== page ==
Putting aside this evening, which was a total loss, today was a pretty good day. The latest round of steroids and antibiotics gave me a bit of a reprieve from sinus pain. Dad came over for a nice dinner. Afterwards we sat around the table sipping a dessert wine, just hanging out and enjoying each other’s company.

The evening was even better, considering the set back we had on Thursday. My mother was sent off to the state mental hospital in north Florida. Some of you may not realize how big Florida is. Despite living almost right smack in the center of the Florida peninsula (on the west coast), the hospital is still over 300 miles away, between six to eight hours by car.

I don’t see how this is a good thing for my mother. She’s never been much for traveling, she’s terrified to be away from my father, and now she’s essentially in Alabama… which might as well be on the moon, as far as my mother is concerned. My dad’s been visiting her every day, and twice a day on the weekends; and now he won’t get a chance to see her for another two weeks.

There used to be a state hospital just on the other side of Tampa Bay, but it fell victim to neglect due to budget cuts… and further cuts closed it. Now there are a few hospitals left, but nothing that serves densely populated “I-4 corridor,” which includes Tampa, Orlando, and Pinellas County (the most densely populated county in Florida).

Yesterday someone was telling me how they hated big government, and it’s propensity to “throw around money.” I thought about my mother being shipped off across the state due to budget cuts, and I just about had a meltdown.

You know, I started writing up this entry thinking it was going to be a positive, cheery kind of entry. Boy did I make a wrong turn.


It’s been a while since I’ve written anything about my mother, but it hasn’t been because nothing’s happening. I just don’t know what to say, or if I want to say it. That makes it sound kind of bad, but it isn’t; not really anyway.

The second sudden recovery came and went, but it was encouraging in that she didn’t lapse back quite as far as she had been. They haven’t needed to send her back to the hospital for fluids or medication, so that’s been good. However, they did have the Baker Act hearing for the involuntary six month commitment, which was ordered last week. The good news is she won’t be sent off across the state to one of the state institutions. She’ll get to stay where she is, close to home.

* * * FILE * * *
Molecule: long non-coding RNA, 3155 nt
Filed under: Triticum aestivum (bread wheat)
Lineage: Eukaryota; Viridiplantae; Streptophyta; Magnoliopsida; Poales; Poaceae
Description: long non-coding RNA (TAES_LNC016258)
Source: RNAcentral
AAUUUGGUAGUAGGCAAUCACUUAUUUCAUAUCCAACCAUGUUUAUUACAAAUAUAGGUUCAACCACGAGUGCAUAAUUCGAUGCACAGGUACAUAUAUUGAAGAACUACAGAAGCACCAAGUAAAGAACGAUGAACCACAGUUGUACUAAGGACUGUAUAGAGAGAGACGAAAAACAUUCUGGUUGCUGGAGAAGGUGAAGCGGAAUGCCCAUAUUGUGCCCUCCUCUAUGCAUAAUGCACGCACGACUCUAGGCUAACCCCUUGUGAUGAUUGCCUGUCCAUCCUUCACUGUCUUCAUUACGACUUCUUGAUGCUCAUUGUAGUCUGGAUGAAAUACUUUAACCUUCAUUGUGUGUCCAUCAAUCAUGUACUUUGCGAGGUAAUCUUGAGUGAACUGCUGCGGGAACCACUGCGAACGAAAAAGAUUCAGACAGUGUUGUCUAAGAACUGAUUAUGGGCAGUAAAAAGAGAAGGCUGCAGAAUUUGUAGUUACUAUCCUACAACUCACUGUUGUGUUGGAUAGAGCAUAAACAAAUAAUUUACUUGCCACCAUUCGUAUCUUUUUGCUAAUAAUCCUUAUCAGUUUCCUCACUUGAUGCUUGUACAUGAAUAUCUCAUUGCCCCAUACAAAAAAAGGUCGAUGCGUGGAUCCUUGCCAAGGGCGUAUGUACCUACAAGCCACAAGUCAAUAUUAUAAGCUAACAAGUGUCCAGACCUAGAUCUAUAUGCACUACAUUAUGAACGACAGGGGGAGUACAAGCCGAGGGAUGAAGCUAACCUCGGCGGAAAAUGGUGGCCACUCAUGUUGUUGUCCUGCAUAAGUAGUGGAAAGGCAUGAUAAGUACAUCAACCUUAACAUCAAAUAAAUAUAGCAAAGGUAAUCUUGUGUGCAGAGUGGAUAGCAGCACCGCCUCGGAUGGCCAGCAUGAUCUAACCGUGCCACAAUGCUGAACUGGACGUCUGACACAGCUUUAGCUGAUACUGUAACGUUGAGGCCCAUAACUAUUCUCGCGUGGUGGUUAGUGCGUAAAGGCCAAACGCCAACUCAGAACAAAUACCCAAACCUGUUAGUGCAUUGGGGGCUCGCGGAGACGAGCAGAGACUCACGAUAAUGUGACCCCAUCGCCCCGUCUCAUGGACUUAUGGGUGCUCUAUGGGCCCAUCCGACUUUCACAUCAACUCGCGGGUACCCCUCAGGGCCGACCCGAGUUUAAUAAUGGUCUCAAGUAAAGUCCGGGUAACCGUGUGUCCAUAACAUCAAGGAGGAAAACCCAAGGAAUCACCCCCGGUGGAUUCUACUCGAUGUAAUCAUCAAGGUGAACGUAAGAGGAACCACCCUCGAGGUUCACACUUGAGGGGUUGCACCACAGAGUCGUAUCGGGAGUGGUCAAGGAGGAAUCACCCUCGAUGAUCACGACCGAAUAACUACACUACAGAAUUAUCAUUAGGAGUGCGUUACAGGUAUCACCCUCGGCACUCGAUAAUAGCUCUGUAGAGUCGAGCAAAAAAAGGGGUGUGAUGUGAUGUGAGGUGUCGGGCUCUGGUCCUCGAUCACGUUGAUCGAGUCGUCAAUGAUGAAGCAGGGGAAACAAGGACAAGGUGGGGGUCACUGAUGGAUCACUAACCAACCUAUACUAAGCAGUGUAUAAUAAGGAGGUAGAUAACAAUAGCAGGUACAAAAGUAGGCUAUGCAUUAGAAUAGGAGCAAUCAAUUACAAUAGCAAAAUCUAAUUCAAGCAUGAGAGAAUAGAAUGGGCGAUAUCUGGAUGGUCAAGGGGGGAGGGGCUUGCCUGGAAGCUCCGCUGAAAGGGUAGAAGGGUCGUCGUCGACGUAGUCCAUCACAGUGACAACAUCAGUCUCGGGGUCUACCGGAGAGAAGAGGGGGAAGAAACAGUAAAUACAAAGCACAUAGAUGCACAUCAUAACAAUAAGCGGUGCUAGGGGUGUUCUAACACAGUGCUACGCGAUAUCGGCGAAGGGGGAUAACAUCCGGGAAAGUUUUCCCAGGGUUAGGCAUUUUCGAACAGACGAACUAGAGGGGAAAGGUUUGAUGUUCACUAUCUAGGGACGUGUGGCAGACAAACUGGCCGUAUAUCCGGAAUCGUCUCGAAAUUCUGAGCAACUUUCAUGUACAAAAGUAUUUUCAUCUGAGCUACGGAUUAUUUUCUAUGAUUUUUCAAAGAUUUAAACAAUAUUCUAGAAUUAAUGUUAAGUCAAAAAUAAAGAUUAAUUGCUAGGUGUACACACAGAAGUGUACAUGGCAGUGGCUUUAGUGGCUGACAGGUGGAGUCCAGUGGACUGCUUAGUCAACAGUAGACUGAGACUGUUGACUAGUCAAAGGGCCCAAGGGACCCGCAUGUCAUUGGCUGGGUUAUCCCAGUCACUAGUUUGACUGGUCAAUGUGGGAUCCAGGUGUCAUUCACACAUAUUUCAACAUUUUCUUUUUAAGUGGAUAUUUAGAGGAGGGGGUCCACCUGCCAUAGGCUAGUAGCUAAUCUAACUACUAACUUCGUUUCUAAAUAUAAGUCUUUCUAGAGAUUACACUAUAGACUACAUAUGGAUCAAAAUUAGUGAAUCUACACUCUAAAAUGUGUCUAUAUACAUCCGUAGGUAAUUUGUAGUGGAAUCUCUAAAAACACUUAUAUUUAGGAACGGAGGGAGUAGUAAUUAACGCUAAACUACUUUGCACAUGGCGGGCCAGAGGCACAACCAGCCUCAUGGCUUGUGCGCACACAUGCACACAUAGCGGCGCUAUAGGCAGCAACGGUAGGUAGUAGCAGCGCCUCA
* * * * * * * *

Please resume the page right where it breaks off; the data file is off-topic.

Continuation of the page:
And there’s even more good news. My father found a way to pay for her care: Medicaid. It seems that there is a way to get long term care for your spouse. You just have to get a lawyer, and let him or her get creative with your assets.

But isn’t that really the American dream, to have the means to have your own attorney on retainer?


Written 8/18 and forgotten…

I know it’s a coping strategy – wholly reasonable and acceptable by most standards, but I feel guilty. This morning when the kids woke up I wanted to play, share their youthful enthusiasm, and take heart from the knowledge that some of that enthusiasm was because of me. This morning when my wife was quietly reading the news, sipping her coffee, I snuck up behind her for one of several hugs, reminding her how much I love her. This evening my dad came over for dinner and I was determined to be in a good mood, to discuss happy times, and chat up common interests.

Now everyone has gone to bed and I can’t help but slide back into this funk I can only assume is a blood relative to survivor’s guilt. I know my mother would want me to be happy. Some part of me believes that there’s nothing wrong with enjoying time with family; and that cheering up dad is probably a good thing. I’m glad to do it and all, I just feel guilty doing it.

Apogee revisited

I got another call from my father. He got another call from my mother. She’s had another sudden recovery. My dad is overjoyed. I think I disappointed him with my reaction… cautious and skeptical. “That’s cool, but I’d like to see it last more than a day.” I said.

My new family title: killjoy.

Queue the light-bulb… mom stops taking medication (or takes it erratically), suddenly gets better, starts taking medication regularly, gets worse, stops taking medication, suddenly gets better.

I’m no psychiatrist, but I don’t think it takes any specialized training to recognize a pattern.